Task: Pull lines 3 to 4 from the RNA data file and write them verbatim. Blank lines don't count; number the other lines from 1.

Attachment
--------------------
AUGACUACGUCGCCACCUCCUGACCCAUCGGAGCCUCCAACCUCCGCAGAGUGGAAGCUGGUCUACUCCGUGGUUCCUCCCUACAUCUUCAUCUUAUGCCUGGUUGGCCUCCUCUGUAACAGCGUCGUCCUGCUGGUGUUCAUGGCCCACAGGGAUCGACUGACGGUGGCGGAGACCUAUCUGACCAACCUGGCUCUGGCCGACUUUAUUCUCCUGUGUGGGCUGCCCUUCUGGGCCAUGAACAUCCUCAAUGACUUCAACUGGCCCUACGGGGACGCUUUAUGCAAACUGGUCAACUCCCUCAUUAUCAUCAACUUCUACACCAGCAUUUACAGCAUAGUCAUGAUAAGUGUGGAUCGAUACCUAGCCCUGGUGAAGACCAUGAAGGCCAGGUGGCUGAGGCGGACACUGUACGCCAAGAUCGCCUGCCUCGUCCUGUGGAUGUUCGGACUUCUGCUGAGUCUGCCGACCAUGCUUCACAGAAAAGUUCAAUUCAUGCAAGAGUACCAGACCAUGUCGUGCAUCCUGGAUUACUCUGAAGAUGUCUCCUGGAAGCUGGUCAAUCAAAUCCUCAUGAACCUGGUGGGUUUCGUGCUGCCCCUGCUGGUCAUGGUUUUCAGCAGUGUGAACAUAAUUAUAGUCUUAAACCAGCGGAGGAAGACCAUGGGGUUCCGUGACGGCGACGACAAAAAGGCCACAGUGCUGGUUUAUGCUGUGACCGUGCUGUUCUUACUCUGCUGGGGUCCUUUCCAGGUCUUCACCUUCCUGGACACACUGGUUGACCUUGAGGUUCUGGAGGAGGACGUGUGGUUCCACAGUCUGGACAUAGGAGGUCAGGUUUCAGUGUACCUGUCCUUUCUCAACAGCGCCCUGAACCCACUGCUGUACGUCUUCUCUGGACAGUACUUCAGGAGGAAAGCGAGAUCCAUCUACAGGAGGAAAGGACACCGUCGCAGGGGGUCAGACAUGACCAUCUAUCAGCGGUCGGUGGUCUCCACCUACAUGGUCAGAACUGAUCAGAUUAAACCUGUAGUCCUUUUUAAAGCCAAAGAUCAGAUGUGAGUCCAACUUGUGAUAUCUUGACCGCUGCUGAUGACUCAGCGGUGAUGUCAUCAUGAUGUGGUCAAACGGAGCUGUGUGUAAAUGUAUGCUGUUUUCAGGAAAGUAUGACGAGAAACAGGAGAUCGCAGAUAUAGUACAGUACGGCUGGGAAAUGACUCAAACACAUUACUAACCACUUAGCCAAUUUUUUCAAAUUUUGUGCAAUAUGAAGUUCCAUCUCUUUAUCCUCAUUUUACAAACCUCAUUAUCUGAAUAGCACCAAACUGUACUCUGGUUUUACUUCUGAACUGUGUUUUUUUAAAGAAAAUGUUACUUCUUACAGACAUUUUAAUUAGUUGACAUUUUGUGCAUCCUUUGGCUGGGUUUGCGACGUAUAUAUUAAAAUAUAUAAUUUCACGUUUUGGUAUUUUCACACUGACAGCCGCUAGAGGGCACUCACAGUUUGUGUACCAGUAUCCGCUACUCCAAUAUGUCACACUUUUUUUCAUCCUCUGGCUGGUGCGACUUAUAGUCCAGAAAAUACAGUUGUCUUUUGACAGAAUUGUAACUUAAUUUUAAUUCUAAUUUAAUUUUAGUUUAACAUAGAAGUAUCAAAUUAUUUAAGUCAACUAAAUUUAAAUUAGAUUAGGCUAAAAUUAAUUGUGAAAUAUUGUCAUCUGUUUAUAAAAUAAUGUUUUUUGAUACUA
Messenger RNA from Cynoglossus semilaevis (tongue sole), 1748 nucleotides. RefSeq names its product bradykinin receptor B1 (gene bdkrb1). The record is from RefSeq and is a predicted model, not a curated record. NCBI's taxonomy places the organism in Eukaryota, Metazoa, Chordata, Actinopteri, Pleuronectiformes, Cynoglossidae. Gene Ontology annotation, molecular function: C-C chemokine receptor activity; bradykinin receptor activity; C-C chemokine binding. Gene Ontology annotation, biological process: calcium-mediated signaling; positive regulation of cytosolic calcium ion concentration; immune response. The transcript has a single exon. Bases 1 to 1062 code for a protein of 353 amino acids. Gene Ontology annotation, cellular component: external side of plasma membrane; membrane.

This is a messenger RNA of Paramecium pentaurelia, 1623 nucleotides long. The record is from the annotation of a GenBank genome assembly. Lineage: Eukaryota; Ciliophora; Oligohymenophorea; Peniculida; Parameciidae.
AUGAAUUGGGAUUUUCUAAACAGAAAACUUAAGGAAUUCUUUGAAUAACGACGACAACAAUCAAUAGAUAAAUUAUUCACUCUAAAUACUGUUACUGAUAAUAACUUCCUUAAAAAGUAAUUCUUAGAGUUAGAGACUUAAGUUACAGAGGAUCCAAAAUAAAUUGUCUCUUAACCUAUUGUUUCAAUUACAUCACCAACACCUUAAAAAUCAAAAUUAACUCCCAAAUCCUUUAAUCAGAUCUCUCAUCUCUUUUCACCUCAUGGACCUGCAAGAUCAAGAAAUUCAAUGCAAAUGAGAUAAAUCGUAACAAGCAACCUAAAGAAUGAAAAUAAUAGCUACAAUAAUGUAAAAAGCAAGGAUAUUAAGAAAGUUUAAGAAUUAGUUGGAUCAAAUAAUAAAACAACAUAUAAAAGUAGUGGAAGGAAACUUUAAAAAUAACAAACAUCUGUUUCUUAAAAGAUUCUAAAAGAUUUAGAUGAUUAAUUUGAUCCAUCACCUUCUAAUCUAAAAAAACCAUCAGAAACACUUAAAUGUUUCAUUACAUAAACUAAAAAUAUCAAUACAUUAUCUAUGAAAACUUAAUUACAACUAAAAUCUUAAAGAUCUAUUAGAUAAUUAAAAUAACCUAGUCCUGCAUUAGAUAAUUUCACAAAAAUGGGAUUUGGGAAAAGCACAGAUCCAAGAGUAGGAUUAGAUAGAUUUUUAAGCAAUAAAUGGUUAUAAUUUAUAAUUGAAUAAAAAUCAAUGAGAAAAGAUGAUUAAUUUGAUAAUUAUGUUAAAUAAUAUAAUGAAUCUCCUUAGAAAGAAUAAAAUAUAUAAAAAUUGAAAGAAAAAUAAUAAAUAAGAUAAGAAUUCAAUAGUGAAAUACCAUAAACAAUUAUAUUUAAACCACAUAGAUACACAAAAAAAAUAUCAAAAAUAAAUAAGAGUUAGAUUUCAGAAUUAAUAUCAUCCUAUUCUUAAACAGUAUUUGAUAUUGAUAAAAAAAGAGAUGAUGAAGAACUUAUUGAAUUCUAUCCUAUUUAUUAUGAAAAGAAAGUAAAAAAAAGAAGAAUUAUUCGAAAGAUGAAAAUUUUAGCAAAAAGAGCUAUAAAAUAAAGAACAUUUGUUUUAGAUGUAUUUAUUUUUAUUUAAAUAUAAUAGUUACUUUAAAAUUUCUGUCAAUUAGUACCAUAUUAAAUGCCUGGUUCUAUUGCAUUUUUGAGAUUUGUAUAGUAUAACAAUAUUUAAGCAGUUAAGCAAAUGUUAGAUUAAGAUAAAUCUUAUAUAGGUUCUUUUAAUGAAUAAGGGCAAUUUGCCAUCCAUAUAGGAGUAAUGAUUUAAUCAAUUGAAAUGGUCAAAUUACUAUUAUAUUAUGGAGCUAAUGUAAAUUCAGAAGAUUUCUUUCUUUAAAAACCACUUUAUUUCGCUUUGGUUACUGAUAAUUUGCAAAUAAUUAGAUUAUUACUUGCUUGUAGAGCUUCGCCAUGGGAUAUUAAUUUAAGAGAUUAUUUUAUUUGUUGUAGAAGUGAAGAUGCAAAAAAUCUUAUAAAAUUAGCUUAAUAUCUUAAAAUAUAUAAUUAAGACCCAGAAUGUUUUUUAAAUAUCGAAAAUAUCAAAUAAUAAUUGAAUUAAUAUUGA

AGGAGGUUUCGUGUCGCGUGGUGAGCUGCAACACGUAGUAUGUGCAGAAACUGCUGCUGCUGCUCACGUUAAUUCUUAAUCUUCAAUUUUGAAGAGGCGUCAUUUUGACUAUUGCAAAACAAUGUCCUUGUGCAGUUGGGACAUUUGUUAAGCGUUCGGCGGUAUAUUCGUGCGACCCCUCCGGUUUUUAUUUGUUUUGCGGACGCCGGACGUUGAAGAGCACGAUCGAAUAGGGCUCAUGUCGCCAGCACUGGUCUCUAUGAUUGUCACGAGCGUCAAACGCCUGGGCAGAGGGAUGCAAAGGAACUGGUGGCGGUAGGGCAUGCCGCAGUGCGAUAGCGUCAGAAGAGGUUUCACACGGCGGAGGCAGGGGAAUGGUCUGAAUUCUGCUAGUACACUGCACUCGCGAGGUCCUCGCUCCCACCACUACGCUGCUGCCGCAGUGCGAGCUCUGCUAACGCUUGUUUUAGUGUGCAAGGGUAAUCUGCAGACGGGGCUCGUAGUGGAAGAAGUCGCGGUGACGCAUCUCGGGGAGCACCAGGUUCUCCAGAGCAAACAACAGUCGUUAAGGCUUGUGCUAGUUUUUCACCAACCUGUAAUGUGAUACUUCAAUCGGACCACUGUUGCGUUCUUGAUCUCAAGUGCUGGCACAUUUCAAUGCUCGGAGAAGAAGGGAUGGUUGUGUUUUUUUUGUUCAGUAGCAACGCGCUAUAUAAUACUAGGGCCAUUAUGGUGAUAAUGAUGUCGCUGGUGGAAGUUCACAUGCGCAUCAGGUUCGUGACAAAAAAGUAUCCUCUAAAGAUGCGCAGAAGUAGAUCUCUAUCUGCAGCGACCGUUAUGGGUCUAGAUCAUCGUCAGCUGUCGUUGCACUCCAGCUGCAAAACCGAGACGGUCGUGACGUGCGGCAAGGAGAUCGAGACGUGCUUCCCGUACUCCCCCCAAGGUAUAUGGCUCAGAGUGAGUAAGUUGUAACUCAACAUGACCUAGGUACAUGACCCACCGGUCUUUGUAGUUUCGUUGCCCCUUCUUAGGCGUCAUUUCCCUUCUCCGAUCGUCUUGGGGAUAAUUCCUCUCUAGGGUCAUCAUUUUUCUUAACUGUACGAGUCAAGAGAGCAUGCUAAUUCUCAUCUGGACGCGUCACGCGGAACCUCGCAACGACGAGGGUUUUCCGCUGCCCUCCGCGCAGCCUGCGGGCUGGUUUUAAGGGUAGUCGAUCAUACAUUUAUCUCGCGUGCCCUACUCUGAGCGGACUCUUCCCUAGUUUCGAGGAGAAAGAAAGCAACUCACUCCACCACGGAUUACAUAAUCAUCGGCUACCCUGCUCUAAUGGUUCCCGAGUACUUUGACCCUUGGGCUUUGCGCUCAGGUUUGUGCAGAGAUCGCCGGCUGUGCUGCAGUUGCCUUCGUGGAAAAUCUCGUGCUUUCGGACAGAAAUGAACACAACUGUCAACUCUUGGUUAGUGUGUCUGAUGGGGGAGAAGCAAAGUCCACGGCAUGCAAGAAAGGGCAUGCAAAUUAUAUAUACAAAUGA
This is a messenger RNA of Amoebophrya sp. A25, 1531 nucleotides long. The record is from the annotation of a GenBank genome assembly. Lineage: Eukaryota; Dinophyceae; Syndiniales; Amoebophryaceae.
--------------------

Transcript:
This is a messenger RNA of Paramecium pentaurelia, 1623 nucleotides long. The record is from the annotation of a GenBank genome assembly. Lineage: Eukaryota; Ciliophora; Oligohymenophorea; Peniculida; Parameciidae.
AUGAAUUGGGAUUUUCUAAACAGAAAACUUAAGGAAUUCUUUGAAUAACGACGACAACAAUCAAUAGAUAAAUUAUUCACUCUAAAUACUGUUACUGAUAAUAACUUCCUUAAAAAGUAAUUCUUAGAGUUAGAGACUUAAGUUACAGAGGAUCCAAAAUAAAUUGUCUCUUAACCUAUUGUUUCAAUUACAUCACCAACACCUUAAAAAUCAAAAUUAACUCCCAAAUCCUUUAAUCAGAUCUCUCAUCUCUUUUCACCUCAUGGACCUGCAAGAUCAAGAAAUUCAAUGCAAAUGAGAUAAAUCGUAACAAGCAACCUAAAGAAUGAAAAUAAUAGCUACAAUAAUGUAAAAAGCAAGGAUAUUAAGAAAGUUUAAGAAUUAGUUGGAUCAAAUAAUAAAACAACAUAUAAAAGUAGUGGAAGGAAACUUUAAAAAUAACAAACAUCUGUUUCUUAAAAGAUUCUAAAAGAUUUAGAUGAUUAAUUUGAUCCAUCACCUUCUAAUCUAAAAAAACCAUCAGAAACACUUAAAUGUUUCAUUACAUAAACUAAAAAUAUCAAUACAUUAUCUAUGAAAACUUAAUUACAACUAAAAUCUUAAAGAUCUAUUAGAUAAUUAAAAUAACCUAGUCCUGCAUUAGAUAAUUUCACAAAAAUGGGAUUUGGGAAAAGCACAGAUCCAAGAGUAGGAUUAGAUAGAUUUUUAAGCAAUAAAUGGUUAUAAUUUAUAAUUGAAUAAAAAUCAAUGAGAAAAGAUGAUUAAUUUGAUAAUUAUGUUAAAUAAUAUAAUGAAUCUCCUUAGAAAGAAUAAAAUAUAUAAAAAUUGAAAGAAAAAUAAUAAAUAAGAUAAGAAUUCAAUAGUGAAAUACCAUAAACAAUUAUAUUUAAACCACAUAGAUACACAAAAAAAAUAUCAAAAAUAAAUAAGAGUUAGAUUUCAGAAUUAAUAUCAUCCUAUUCUUAAACAGUAUUUGAUAUUGAUAAAAAAAGAGAUGAUGAAGAACUUAUUGAAUUCUAUCCUAUUUAUUAUGAAAAGAAAGUAAAAAAAAGAAGAAUUAUUCGAAAGAUGAAAAUUUUAGCAAAAAGAGCUAUAAAAUAAAGAACAUUUGUUUUAGAUGUAUUUAUUUUUAUUUAAAUAUAAUAGUUACUUUAAAAUUUCUGUCAAUUAGUACCAUAUUAAAUGCCUGGUUCUAUUGCAUUUUUGAGAUUUGUAUAGUAUAACAAUAUUUAAGCAGUUAAGCAAAUGUUAGAUUAAGAUAAAUCUUAUAUAGGUUCUUUUAAUGAAUAAGGGCAAUUUGCCAUCCAUAUAGGAGUAAUGAUUUAAUCAAUUGAAAUGGUCAAAUUACUAUUAUAUUAUGGAGCUAAUGUAAAUUCAGAAGAUUUCUUUCUUUAAAAACCACUUUAUUUCGCUUUGGUUACUGAUAAUUUGCAAAUAAUUAGAUUAUUACUUGCUUGUAGAGCUUCGCCAUGGGAUAUUAAUUUAAGAGAUUAUUUUAUUUGUUGUAGAAGUGAAGAUGCAAAAAAUCUUAUAAAAUUAGCUUAAUAUCUUAAAAUAUAUAAUUAAGACCCAGAAUGUUUUUUAAAUAUCGAAAAUAUCAAAUAAUAAUUGAAUUAAUAUUGA